During the discussion that was part of Arnait’s exhibition at York University, I told Susan that I found it amazing that she started to work with us. She must have been 52 or 53 and had 11 children and she started to make video and didn’t know anything about that technology. And Susan said, “Well, first of all, I had nine children and I found YOU amazing, wanting to come up here in the North when you didn’t know anything about the North, and just wanting to work with us.” So, there is this really deep respect between us.

This is why I like to work with Susan and Madeleine – there is no one I’ve met like this after. If it was just to work with Inuit women, maybe I would have done it in Igloolik for five years or ten years and then it would be done. I would move back to Montreal and be working on something else. I kept working with Susan and Madeleine because it was Susan and Madeleine. They were my friends, I trusted them, they trusted me, and we had a connection. It’s like a music group. Susan and Madeleine are two people who are very rare.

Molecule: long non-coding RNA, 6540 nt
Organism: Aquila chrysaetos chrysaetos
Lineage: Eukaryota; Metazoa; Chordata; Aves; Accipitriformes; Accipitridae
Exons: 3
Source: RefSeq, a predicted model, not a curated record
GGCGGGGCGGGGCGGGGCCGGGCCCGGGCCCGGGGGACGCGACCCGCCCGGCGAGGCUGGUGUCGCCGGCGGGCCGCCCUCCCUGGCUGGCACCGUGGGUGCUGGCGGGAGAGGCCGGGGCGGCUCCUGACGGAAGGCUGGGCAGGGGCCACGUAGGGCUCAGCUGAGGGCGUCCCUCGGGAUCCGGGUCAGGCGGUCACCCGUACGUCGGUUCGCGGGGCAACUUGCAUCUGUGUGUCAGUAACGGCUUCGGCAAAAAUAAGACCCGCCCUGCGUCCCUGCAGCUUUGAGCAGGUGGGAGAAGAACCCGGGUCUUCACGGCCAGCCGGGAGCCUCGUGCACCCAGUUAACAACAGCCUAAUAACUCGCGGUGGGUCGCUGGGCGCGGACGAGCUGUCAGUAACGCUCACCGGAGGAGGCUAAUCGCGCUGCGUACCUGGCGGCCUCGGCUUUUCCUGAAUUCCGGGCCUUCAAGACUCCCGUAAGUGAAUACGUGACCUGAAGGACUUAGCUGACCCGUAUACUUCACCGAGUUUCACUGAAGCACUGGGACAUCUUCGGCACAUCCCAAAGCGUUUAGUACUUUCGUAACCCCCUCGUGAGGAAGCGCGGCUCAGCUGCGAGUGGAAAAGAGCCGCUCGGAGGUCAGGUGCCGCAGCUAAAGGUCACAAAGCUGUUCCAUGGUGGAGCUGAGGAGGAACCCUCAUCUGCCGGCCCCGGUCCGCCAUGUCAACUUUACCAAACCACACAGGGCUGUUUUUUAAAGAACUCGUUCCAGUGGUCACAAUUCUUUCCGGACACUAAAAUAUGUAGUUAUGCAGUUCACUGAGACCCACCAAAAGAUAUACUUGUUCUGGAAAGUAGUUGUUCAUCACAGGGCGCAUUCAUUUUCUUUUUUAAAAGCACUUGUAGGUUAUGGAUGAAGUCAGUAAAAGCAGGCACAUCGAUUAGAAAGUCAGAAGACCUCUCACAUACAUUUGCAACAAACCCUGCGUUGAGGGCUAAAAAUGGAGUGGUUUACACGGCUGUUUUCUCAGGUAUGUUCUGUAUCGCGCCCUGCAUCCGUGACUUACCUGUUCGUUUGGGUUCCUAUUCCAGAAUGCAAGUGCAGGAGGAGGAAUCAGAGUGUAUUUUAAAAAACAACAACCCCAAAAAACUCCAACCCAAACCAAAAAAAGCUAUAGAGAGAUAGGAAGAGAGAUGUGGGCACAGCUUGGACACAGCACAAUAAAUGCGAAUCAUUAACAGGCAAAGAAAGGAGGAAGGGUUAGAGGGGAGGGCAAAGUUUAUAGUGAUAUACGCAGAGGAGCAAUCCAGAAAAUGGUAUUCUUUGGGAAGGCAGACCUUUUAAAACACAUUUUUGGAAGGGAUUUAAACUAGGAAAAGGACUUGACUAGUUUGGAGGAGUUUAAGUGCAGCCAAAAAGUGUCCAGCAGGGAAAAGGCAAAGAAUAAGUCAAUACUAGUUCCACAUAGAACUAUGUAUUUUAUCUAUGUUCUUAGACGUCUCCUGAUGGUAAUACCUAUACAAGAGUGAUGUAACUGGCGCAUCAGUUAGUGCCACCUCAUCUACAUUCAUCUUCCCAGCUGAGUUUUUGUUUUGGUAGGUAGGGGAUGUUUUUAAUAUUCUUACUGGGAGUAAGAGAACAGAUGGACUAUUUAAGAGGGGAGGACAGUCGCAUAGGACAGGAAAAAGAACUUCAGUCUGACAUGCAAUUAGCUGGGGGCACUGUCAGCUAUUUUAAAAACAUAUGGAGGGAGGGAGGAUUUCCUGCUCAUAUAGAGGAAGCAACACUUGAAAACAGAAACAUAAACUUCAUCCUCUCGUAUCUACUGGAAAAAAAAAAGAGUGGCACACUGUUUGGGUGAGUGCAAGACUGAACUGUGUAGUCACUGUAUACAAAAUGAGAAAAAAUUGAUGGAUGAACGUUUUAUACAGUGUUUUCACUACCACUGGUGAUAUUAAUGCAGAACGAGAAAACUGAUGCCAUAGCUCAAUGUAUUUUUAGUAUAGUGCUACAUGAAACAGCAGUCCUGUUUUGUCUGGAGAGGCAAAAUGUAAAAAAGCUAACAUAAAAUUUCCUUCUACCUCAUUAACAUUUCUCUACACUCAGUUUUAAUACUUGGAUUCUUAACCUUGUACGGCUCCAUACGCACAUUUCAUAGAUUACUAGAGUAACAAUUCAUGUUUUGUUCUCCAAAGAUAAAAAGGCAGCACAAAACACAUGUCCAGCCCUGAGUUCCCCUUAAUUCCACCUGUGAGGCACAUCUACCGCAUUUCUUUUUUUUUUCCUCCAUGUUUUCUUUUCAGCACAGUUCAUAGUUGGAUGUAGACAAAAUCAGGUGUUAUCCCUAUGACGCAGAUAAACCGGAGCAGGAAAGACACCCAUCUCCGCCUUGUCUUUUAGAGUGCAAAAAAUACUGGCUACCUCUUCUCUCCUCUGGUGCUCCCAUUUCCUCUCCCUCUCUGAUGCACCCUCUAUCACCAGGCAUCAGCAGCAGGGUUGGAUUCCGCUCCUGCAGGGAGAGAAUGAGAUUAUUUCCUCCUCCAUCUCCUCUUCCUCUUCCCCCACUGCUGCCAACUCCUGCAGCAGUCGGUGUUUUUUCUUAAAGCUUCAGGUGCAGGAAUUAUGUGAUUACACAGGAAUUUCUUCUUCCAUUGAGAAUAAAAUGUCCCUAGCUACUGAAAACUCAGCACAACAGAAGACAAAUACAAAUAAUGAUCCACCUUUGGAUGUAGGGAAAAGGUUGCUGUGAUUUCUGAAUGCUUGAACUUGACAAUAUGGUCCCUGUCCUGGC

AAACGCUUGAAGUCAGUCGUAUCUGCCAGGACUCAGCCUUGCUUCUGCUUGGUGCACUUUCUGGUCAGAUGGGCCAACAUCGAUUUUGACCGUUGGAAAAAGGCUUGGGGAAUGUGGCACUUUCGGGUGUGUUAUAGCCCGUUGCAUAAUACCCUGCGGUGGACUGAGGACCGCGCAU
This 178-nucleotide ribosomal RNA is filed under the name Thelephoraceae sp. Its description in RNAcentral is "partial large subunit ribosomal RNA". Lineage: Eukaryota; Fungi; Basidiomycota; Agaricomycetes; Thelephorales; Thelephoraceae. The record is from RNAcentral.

McGough: This connection has taken the three of you in some interesting directions. I recently watched the television series that Arnait produced, The Uluit: Champions of the North, which follows an all-female Inuit hockey team over the course of a year. I can see how this program would appeal to younger viewers, especially young women. 

Cousineau: About half of the Inuit population is under 18, and I think the program is a reflection of the population. If you’re not working with elders you’re working with young people. There are just a lot of them!